Thoughts on Gender in the 21st Century University Environment

Generation Zed: “fluid” and “ambiguous” are watchwords

Gender is not (or shortly will no longer be) a binary, with humans simply categorized as male or female. In addition, gender and sexuality are not the same thing, although they are sometimes conflated as such in research.

Being “male” or being “female” can be sometimes mistaken in a similar way to sexuality within the wider culture’s need to set up sexual and gender binaries and force “choices” for the benefit of the majority culture’s hetero-generative “normality.”

In May 2017 a small band of researchers at Bournemouth University organized a workshop on “Gender and Sexuality in the 21st Century.” The participants’ openness to a discussion on sexuality, gender, and emotion began to expose this latest generation’s “ambivalence,” even “dissonance,” regarding concepts such as “gender” and “sexuality.” (These attitudes and terms also had been reported by participants in a large national survey by the CDC in America [CDC 2016, Report: “Youth Risk …”]).

Headlines in the press are particularly beginning to unravel the traditional binary around gender amongst the general public:

  • Singer Sam Smith comes out as non-binary: ‘I’m not male or female’. “Many non-binary people don’t identify as either male or female and use the pronouns they or them instead of he or she” (BBC News, March 18, 2019)

With the progress made in supposed acceptance of the equal rights of gay and lesbian citizens, particularly in Western cultures over the last half-century, it is easy to assume that feelings of unease, even ‘dissonance’ around issues of sexuality and gender have been left behind us. Nonetheless, it seems from not only the CDC study, but reports at the workshop and elsewhere, that this is not the case.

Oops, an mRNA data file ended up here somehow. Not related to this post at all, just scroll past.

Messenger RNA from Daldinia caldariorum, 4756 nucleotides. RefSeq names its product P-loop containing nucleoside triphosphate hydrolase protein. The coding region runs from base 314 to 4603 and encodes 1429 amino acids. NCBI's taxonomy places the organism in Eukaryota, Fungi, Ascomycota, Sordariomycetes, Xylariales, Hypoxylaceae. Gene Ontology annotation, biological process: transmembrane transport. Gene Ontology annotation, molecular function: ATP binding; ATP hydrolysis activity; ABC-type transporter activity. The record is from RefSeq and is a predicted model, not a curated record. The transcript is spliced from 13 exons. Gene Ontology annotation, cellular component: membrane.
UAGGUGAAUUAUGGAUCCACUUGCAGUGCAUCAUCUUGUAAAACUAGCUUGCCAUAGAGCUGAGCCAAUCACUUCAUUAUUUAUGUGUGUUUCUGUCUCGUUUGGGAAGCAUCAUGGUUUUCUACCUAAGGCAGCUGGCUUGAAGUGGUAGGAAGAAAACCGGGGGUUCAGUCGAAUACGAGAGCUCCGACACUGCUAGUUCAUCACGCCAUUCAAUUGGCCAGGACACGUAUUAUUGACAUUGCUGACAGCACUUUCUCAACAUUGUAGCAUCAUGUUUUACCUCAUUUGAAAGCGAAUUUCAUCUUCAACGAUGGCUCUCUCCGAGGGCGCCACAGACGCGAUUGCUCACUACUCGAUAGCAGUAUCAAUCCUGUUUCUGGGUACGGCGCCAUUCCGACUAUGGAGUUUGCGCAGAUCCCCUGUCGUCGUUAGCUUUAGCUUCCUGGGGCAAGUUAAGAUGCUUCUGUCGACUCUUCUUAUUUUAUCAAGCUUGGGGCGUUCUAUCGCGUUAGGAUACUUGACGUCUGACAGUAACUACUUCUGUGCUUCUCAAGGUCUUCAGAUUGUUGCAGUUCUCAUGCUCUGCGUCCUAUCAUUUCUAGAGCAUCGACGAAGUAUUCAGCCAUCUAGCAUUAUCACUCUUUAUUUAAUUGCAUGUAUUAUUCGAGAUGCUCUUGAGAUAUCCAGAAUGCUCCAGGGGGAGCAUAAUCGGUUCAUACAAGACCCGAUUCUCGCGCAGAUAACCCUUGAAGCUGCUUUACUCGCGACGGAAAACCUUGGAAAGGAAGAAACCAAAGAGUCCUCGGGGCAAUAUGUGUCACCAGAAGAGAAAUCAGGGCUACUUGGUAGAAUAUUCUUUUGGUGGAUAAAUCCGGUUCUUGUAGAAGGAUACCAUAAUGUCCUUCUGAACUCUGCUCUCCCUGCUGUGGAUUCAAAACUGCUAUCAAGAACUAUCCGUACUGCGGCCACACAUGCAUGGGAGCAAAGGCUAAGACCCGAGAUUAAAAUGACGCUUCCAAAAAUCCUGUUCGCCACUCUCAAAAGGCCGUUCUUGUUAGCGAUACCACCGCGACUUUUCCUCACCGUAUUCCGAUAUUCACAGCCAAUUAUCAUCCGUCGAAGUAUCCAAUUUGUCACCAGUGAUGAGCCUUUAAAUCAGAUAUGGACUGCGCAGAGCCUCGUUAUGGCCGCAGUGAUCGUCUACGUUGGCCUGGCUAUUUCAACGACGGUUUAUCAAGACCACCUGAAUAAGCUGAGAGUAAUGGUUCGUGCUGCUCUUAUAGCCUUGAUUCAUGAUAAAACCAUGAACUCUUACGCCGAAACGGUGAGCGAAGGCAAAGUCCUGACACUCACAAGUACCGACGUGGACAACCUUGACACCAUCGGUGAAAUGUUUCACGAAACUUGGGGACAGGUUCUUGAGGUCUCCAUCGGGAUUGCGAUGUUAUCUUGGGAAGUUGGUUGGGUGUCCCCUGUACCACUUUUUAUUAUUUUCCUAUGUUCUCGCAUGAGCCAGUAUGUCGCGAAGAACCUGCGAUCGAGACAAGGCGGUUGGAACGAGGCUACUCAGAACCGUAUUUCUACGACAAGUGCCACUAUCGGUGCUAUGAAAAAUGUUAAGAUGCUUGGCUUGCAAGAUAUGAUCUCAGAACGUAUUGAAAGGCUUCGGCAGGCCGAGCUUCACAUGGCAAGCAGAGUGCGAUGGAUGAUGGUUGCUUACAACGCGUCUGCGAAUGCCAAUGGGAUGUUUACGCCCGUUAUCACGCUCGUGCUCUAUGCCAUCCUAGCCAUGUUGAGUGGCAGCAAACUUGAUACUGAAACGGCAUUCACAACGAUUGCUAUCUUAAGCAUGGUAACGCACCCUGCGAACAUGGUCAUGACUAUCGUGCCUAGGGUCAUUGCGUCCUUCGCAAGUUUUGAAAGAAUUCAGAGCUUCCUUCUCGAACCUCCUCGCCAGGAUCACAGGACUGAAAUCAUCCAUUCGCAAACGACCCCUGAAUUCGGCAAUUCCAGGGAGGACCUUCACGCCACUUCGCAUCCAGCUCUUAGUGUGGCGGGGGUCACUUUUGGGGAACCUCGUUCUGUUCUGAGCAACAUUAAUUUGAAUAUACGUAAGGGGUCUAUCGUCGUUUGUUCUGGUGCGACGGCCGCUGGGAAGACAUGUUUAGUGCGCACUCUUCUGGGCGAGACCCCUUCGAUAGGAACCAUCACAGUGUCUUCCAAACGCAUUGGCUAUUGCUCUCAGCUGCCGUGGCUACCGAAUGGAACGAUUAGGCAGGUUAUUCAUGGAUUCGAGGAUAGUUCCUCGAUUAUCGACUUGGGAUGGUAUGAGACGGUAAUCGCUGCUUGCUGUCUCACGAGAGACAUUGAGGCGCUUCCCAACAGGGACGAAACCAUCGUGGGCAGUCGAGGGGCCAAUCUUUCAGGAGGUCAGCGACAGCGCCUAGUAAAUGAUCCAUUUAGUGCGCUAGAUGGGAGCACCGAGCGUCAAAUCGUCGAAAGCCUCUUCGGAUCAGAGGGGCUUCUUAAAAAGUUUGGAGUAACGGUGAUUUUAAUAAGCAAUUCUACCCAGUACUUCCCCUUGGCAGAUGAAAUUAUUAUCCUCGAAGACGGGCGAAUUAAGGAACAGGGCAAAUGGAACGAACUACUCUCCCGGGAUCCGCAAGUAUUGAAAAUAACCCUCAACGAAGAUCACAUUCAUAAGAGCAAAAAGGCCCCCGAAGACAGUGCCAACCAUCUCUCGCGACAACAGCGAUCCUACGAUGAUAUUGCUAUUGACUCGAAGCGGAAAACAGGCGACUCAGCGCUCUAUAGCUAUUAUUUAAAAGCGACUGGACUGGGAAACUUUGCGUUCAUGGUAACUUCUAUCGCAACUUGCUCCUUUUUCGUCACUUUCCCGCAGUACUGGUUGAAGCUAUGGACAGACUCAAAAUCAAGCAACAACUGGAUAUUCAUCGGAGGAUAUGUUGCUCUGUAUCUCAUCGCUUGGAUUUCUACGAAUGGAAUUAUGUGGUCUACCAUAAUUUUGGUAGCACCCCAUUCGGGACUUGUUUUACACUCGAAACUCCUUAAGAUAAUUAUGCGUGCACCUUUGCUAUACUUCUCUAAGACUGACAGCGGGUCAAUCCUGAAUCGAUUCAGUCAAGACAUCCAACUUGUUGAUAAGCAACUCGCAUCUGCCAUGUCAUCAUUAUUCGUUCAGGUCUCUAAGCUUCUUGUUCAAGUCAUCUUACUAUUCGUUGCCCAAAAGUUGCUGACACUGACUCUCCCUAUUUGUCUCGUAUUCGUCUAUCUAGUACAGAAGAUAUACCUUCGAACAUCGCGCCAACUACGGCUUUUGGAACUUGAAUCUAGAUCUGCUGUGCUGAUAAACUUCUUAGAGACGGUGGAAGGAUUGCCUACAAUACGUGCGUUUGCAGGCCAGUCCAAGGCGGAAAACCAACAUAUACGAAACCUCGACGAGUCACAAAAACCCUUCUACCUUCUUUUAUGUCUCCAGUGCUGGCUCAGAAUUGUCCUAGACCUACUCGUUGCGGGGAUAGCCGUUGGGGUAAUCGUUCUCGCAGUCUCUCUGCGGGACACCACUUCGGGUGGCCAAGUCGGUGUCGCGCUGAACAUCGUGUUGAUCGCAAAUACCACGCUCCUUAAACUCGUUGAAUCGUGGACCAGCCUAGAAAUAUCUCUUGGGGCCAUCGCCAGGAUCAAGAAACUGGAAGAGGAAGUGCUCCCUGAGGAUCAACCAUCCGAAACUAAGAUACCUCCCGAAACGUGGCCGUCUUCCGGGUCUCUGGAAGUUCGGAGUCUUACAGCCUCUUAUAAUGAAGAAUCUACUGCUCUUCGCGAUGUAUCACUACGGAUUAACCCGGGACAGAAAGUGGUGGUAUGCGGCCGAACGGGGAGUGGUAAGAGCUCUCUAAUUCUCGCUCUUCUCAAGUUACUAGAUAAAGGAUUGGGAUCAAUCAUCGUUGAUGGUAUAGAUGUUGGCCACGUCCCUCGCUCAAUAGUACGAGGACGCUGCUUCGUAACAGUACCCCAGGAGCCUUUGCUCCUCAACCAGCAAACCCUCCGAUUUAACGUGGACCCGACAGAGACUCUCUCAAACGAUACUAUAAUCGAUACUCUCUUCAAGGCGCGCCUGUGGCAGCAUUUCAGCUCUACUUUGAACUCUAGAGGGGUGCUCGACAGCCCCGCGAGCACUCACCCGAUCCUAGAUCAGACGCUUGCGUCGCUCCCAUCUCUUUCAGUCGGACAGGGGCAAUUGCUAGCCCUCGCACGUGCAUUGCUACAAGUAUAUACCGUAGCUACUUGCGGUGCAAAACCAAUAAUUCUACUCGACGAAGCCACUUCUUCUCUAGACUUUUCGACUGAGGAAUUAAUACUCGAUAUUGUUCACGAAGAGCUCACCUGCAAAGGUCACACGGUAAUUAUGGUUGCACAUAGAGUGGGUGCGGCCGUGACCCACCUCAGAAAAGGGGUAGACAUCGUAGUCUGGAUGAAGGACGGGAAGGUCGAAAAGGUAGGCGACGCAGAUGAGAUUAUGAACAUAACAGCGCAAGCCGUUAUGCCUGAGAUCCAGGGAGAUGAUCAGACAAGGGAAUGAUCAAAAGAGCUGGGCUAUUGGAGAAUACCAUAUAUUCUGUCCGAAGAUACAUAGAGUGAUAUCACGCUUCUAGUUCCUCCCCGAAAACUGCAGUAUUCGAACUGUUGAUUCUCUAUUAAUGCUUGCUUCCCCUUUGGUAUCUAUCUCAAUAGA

What were the thoughts, feelings, responses from our gathered group of interested parties at Bournemouth’s Workshop on Sexuality and Gender in the 21st Century? A few highlights from their responses follow:


  • “It‘s a phase, you‘ll get through it”
  • Gender and sexuality are fixed or binary
  • Labels both empowering and constraining
  • People merge sexuality and gender
  • Squeezing or narrowing sexuality and gender instead of embracing spectrum of possibility


  • There is a language available to allow fluidity
  • Greater space to try or be open to different experiences
  • Having to permanently fight the myths remains
  • Being able to explain – having a language to articulate position/place is so important
  • Access to a gender identity clinic, so important in decision making
  • More accepted? People perhaps have greater understanding
  • Internet as a rich resource and open space
  • Acceptance of family is critical, response too can have an impact


  • Training concerning language, terminology, increasing understanding and appropriate signposting
  • One or two key members of staff as a safe ‘place‘; key contacts who are well educated
  • Increasing opportunity for recording and dealing with individuals in order to better understand pressures faced by those facing identity issues around gender and/or sexuality.